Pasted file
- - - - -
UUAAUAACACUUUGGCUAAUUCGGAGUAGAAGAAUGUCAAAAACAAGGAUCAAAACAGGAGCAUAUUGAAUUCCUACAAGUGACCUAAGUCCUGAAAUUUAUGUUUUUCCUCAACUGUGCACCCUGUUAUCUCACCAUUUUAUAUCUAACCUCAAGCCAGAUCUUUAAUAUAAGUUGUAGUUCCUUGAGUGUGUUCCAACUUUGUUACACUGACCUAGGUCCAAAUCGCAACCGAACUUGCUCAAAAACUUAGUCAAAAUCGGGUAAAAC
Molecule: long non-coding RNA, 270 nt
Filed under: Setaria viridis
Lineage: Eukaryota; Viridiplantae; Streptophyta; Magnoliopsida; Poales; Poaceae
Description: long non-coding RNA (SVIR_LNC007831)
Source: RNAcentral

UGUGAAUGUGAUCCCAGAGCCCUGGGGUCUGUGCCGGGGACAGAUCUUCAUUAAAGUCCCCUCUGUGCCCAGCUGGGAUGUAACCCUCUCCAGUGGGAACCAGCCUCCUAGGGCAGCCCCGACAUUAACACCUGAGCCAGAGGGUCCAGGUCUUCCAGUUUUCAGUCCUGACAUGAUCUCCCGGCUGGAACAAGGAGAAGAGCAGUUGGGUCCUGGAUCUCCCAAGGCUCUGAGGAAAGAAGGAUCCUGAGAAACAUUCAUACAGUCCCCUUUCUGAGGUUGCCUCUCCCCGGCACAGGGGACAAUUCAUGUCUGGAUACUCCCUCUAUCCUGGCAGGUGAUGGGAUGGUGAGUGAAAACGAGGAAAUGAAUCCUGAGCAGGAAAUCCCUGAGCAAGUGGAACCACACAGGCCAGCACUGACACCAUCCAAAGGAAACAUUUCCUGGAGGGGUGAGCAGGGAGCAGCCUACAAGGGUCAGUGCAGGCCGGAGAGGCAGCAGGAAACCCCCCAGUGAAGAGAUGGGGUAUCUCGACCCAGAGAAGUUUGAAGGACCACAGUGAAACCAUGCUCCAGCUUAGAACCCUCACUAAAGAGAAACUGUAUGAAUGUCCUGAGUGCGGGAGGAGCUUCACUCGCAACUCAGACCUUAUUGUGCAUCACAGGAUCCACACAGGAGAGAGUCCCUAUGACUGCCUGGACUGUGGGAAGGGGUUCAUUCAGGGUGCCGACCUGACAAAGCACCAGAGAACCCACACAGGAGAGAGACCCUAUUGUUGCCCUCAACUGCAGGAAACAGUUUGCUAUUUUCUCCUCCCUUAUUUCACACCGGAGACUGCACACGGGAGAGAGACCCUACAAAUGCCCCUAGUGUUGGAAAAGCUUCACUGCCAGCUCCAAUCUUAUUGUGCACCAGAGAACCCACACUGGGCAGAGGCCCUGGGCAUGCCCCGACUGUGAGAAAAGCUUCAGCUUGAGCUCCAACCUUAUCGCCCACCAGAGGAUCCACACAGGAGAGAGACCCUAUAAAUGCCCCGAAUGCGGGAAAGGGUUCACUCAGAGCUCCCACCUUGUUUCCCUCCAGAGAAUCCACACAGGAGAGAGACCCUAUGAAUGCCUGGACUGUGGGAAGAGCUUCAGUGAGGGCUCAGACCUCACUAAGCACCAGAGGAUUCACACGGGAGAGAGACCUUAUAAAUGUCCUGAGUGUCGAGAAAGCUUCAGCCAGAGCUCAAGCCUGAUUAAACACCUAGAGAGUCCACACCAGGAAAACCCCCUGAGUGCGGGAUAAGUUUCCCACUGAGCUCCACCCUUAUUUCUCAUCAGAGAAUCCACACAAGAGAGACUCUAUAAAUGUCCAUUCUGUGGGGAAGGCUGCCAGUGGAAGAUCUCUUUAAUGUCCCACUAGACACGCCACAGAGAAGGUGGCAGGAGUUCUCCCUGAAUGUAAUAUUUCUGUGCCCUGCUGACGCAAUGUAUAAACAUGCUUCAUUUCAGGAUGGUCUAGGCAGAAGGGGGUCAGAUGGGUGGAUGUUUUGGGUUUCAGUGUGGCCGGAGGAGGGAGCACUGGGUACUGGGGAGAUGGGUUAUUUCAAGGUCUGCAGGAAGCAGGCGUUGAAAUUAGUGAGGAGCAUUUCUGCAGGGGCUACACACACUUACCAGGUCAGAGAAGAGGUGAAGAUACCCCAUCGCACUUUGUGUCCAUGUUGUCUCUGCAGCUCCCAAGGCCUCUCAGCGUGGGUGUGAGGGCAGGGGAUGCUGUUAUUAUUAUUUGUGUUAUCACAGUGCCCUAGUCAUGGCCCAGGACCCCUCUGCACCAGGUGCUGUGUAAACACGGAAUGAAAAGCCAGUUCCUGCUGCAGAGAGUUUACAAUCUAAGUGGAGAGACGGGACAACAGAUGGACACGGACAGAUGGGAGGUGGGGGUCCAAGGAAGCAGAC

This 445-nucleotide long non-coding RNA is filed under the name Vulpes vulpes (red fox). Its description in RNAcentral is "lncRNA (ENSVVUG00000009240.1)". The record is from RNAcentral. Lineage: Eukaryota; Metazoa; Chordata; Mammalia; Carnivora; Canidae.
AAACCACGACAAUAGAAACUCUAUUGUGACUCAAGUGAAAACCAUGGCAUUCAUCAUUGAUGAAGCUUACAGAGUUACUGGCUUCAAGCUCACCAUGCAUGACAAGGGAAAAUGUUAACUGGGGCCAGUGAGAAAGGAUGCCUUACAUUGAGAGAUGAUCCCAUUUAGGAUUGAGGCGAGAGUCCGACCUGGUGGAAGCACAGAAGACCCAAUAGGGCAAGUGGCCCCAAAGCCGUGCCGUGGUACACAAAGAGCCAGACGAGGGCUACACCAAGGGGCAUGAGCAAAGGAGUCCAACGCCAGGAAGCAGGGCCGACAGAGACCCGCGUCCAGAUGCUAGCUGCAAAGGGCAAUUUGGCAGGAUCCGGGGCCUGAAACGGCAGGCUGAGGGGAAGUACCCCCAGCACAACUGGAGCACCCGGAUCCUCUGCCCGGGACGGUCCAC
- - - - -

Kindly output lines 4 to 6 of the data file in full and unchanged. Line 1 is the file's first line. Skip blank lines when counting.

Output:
Lineage: Eukaryota; Viridiplantae; Streptophyta; Magnoliopsida; Poales; Poaceae
Description: long non-coding RNA (SVIR_LNC007831)
Source: RNAcentral